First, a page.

The first public signs of tensions appeared early in 2020 when De Donatis issued a decree closing all churches in Rome to avoid the spread of COVID-19. The next day, Francis criticized “drastic measures” in addressing the pandemic, forcing his vicar to issue a retraction.

Serious divisions cropped up again toward the end of 2022 after De Donatis dismissed reports that Rupnik, rector of a church in Rome and founder of an art school and theological institute called the Aletti Center, had sexually abused women, including nuns.

The vicar’s inaction drew the disapproval of one of Francis’ auxiliary bishops in Rome, Bishop Daniele Libanori. Rupnik himself was eventually excommunicated by the Vatican for absolving a woman he had sexual relations with. The Vatican later reversed the excommunication, but the Jesuits expelled Rupnik after he refused to obey restrictions that remained on his ministry.

Eventually, De Donatis issued a long statement in December 2022 revealing that the diocese was not aware of the accusations or the restrictions on Rupnick and expressing the hope that those in charge shed light on what happened.

In conversations with Religion News Service, several priests in Rome voiced their concerns about issues of ideology, management issues and the handling of sexual abuse cases.

Last January, Francis reformed church law, releasing a new apostolic constitution, “In Ecclesiarum Communion,” that made sweeping changes to the church. One reform was to centralize control of the Diocese of Rome around the pontiff more than any of his predecessors have done. In the new constitution, the vicar is described as an “auxiliary” and the pope is given the final say on the choice of priests, the expenditure of funds and the everyday running of the diocese. The reforms also empowered a vice regent, Monsignor Baldassare Reina, to act as a liaison between the pope and his diocese, effectively sidelining the role of the vicar.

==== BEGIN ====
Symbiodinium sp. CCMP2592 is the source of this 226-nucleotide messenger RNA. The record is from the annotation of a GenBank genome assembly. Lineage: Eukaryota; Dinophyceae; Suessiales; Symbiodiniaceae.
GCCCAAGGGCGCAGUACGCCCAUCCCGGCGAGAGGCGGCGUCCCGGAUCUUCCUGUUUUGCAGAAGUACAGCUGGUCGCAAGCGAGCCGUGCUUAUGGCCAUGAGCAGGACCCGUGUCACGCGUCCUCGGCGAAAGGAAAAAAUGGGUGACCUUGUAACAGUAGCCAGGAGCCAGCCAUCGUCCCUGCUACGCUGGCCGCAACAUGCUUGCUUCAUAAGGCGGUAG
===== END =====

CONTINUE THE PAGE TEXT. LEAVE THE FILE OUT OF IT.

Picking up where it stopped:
In 2021, Pope Francis sent the Vatican’s revisor general, Alessandro Cassinis Righini, to look into the budget and finances of the Roman Diocese. It was the first time in history that the Vicariate of Rome underwent a financial audit. While the Vatican did not release a statement on the audit, local media reported that it was motivated by cases of mismanagement and lavish expenditures, such as the restoration of a chapel in the Church of St. John Lateran.

De Donatis has been forced to compete with other Catholic organizations in Rome that have grown in influence under this pope — the Jesuit order, which counts Francis as a member; the conference of Italian bishops, whose president is leading Francis’ peace efforts in Ukraine; and lay movements such as the Community of St. Egidio, which has taken over other diplomatic efforts and charitable efforts backed by the pope.

In conversations with Religion News Service, several priests in Rome voiced their concerns about issues of ideology, management issues and the handling of sexual abuse cases.

All refused to be quoted in this article for fear of being disciplined.

De Donatis is not the only casualty of Francis’ leadership style, which pays little respect to titles. The No. 2 official at the Vatican, Secretary of State Cardinal Pietro Parolin, has seen his station weakened and his diplomacy efforts set aside by papal reform. The Vatican departments dealing with doctrine and human rights were first commissioned under Francis’ reforms and then saw their prefects replaced.

Francis has a vision for the church of collegiality and fraternity — a synodal church, as he would call it — but to achieve his goal he has shown that he is more than willing to ruffle a few feathers and take matters into his own hands.